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Yes Virginia, journalism still exists


by Stan Zoller, MJE

More than a few years ago, I saw a sign on a colleague’s desk that read: “Tact:  Being able to tell someone where to go in such a way that they actually look forward to the trip.”

Heeding that advice, I’ve become a hell of a travel agent. 

Case in point. I was recently chatting with an acquaintance who wanted to know if I was still teaching journalism.

Of course, I said.

His response? “I didn’t think there was journalism anymore.”

Really? I asked him, then what is it.

“It’s all opinion.”

Fortunately, or unfortunately, I know this person’s political views, and to say we’re not on the same page is a safe bet. It’s a very safe bet.

The mere fact this guy has this kind of attitude puts not just journalists, but journalism educators in the rather unique position of making sure students understand the difference between news and opinion, and write accordingly.

It’s a basic journalistic premise, which is a core of every J-1 course.

The challenge, however, is to instill in readers, listeners, viewers, etc. that there is a difference. This is not breaking news. But it’s important because not only do many consumers of mainstream media appear to fail when it comes to differentiating between news and opinion, there are administrators who take what they see in the mainstream media as gospel and make decisions about student media based on their own cognitive dissonance.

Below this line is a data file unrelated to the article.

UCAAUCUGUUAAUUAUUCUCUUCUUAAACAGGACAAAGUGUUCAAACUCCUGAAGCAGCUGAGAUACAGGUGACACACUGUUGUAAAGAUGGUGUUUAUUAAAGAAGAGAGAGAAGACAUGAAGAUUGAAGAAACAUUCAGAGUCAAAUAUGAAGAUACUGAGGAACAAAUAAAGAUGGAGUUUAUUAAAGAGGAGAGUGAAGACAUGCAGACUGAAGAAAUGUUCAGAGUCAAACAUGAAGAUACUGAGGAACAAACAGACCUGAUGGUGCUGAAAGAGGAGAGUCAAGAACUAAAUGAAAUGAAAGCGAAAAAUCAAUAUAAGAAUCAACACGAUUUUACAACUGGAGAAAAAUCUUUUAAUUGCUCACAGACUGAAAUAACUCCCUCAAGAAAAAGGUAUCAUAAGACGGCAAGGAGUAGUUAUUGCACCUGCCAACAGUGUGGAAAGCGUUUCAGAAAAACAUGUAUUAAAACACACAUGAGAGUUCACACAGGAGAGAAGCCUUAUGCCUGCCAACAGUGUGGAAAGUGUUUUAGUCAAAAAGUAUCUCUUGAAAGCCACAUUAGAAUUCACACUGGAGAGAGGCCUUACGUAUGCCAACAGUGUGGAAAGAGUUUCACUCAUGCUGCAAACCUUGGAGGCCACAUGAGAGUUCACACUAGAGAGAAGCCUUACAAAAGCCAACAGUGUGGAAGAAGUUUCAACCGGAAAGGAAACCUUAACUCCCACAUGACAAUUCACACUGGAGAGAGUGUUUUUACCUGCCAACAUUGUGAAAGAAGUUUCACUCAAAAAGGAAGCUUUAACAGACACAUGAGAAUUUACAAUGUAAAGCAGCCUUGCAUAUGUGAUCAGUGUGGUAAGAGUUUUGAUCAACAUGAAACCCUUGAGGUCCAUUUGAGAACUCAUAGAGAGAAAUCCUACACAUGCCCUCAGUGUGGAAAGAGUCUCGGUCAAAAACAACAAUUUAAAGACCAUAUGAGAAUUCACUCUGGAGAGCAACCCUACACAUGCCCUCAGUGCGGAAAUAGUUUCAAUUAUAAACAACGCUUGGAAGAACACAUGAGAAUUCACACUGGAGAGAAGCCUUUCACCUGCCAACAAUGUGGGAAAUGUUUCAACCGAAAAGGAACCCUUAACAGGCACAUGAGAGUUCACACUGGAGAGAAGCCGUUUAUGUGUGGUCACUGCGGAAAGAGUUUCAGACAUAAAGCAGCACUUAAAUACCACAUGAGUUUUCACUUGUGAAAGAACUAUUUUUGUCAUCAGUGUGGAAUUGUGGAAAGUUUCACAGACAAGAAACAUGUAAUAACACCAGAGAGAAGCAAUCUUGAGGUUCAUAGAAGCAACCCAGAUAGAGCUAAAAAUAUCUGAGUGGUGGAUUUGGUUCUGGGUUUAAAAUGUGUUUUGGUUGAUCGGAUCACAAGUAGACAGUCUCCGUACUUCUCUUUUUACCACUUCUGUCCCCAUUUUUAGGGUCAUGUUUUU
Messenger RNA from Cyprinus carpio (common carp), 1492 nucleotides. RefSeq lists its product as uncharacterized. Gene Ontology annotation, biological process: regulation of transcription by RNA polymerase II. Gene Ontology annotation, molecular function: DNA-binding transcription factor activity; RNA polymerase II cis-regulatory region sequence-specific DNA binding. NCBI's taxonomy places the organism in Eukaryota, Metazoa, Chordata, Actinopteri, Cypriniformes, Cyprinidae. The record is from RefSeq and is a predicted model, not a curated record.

Many need to remove the blinders they wear when consuming news. And therein lies the challenge not just for student journalists, but for all journalists.

But how can we get the blinders off? While there’s no guarantee it can be accomplished, there are a few tactics that could help.

And it starts in scholastic newsrooms.

First of all, make sure your student media has a source policy that indicates the minimum number of sources and who or what they represent. Call it transparency.  Your news consumers need to clearly see balance in not just reporting of facts, but also in where the information is from.

It’s also important to make sure the stakeholders who read or view your student media know of the transparency efforts. Including them in a masthead ensures that they are in the same place every issue.

Secondly, and this is not breaking news – fact check again and again. And like transparency efforts, make sure your news sources, as well as your news consumers, are aware of your polices and procedures for fact checking. 

Give ‘em local news. There’s a disheartening trend unfolding in the mainstream media to shrink newsrooms and reduce local coverage. This is the case at the Chicago Tribune, and other newspapers, where hedge funds, like Alden Global Capital have majority stakes in order to enhance the bottom line. 

How does this impact scholastic journalism? Focusing on their school community, and even the surrounding local area, not only enhances coverage, but also encourages civic engagement.

It’s imperative that more people realize the importance of not just journalism, but local journalism. 

It’s imperative that more people know journalism still exists and it’s more – a lot more – than just opinion.

Just be tactful how you tell them.

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